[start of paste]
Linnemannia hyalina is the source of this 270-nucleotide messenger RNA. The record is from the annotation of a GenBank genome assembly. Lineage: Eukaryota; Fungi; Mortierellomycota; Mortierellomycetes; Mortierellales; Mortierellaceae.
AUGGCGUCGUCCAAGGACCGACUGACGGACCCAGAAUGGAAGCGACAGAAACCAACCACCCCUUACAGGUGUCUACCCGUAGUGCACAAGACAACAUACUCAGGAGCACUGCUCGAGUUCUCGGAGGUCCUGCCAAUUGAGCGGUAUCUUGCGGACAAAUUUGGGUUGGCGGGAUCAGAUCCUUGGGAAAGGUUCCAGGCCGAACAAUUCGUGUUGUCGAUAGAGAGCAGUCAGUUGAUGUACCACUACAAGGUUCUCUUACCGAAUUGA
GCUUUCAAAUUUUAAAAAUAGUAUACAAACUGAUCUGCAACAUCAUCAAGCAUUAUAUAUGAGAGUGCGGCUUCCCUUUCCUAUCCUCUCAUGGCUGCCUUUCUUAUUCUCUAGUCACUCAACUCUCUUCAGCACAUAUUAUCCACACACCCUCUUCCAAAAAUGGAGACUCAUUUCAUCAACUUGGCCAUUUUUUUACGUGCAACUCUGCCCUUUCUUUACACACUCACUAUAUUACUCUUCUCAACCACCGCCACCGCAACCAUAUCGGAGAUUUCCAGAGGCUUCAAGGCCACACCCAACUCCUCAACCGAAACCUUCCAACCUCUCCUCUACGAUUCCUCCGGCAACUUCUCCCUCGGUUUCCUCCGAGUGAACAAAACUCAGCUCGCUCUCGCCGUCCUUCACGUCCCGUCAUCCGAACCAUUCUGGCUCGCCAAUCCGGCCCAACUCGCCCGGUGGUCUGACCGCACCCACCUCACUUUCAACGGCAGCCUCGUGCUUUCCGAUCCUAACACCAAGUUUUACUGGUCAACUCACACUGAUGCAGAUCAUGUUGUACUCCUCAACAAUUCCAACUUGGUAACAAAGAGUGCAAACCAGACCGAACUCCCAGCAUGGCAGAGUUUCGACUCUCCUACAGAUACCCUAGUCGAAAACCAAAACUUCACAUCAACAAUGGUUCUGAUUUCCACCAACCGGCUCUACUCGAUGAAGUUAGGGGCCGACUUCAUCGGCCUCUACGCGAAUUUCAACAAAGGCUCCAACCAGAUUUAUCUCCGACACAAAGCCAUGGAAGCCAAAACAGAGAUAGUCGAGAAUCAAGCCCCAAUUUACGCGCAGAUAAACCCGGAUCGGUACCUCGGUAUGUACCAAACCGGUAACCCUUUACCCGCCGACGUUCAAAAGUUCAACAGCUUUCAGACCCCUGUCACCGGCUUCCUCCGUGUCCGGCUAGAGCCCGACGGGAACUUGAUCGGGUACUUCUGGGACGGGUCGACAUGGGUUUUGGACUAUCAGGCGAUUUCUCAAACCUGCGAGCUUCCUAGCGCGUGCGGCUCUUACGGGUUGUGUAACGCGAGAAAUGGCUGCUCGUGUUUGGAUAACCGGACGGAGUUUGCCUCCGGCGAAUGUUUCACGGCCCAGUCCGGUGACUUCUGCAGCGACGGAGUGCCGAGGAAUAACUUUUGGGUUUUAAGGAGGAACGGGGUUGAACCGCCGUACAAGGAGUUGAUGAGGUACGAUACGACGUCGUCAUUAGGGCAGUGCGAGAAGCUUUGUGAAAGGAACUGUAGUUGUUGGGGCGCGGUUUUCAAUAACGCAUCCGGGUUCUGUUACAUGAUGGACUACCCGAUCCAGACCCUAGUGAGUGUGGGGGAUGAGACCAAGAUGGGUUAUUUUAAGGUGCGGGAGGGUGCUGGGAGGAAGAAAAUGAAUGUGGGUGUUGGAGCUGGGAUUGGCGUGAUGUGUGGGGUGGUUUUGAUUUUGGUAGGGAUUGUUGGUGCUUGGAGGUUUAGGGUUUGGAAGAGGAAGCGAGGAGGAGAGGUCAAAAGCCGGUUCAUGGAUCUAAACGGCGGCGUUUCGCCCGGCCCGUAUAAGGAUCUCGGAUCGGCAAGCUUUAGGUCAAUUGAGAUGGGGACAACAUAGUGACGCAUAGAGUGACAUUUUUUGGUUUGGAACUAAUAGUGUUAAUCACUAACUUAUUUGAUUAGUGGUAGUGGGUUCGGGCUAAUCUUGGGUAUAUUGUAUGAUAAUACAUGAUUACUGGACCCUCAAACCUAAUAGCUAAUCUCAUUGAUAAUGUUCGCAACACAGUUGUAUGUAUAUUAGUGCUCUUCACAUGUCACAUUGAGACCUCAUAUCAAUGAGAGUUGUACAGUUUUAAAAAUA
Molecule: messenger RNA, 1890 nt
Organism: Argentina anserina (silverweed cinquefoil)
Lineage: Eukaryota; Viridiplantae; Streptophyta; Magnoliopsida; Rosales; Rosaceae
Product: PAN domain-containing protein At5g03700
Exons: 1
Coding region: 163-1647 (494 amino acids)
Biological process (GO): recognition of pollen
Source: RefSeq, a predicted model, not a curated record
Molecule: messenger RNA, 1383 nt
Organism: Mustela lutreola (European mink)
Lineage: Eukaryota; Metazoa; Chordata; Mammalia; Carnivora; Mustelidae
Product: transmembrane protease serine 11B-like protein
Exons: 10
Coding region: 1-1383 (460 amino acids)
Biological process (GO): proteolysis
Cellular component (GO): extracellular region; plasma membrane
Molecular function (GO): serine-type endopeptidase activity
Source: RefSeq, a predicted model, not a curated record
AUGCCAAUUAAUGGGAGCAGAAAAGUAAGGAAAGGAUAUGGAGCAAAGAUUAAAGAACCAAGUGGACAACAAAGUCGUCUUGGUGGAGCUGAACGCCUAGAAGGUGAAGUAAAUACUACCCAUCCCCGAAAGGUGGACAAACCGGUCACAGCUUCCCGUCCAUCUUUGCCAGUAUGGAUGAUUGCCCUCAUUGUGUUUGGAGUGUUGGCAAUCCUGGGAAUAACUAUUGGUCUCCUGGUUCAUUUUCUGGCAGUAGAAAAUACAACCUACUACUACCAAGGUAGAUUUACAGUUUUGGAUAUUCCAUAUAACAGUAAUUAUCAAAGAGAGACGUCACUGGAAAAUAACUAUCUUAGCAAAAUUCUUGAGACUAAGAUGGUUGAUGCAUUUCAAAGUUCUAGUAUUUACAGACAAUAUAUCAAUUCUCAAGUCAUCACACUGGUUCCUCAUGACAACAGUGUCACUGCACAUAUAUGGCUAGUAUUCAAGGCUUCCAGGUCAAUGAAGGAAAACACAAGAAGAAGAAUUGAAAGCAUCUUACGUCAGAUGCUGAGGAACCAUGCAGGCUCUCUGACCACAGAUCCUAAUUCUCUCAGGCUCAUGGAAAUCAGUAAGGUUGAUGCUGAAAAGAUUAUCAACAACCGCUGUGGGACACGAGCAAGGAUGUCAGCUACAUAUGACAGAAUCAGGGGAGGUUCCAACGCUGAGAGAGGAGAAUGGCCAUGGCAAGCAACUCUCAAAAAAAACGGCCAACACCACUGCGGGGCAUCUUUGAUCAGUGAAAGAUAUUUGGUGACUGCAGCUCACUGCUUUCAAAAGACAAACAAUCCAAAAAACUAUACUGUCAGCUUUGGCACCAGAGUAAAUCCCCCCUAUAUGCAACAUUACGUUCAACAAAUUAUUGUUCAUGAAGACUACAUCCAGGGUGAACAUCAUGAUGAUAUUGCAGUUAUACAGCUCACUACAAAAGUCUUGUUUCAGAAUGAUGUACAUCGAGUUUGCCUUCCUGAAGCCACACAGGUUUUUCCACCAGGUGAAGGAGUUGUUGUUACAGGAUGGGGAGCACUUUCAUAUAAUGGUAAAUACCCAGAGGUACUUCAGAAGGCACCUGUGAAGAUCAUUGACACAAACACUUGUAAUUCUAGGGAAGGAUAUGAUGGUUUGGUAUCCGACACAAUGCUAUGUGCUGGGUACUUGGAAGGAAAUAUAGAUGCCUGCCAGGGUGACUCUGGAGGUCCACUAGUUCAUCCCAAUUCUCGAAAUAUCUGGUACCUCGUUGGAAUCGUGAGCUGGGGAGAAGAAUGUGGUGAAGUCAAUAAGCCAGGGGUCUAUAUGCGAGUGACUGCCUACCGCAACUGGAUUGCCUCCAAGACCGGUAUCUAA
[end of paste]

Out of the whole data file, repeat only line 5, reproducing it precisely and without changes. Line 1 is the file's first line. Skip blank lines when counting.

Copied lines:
Organism: Argentina anserina (silverweed cinquefoil)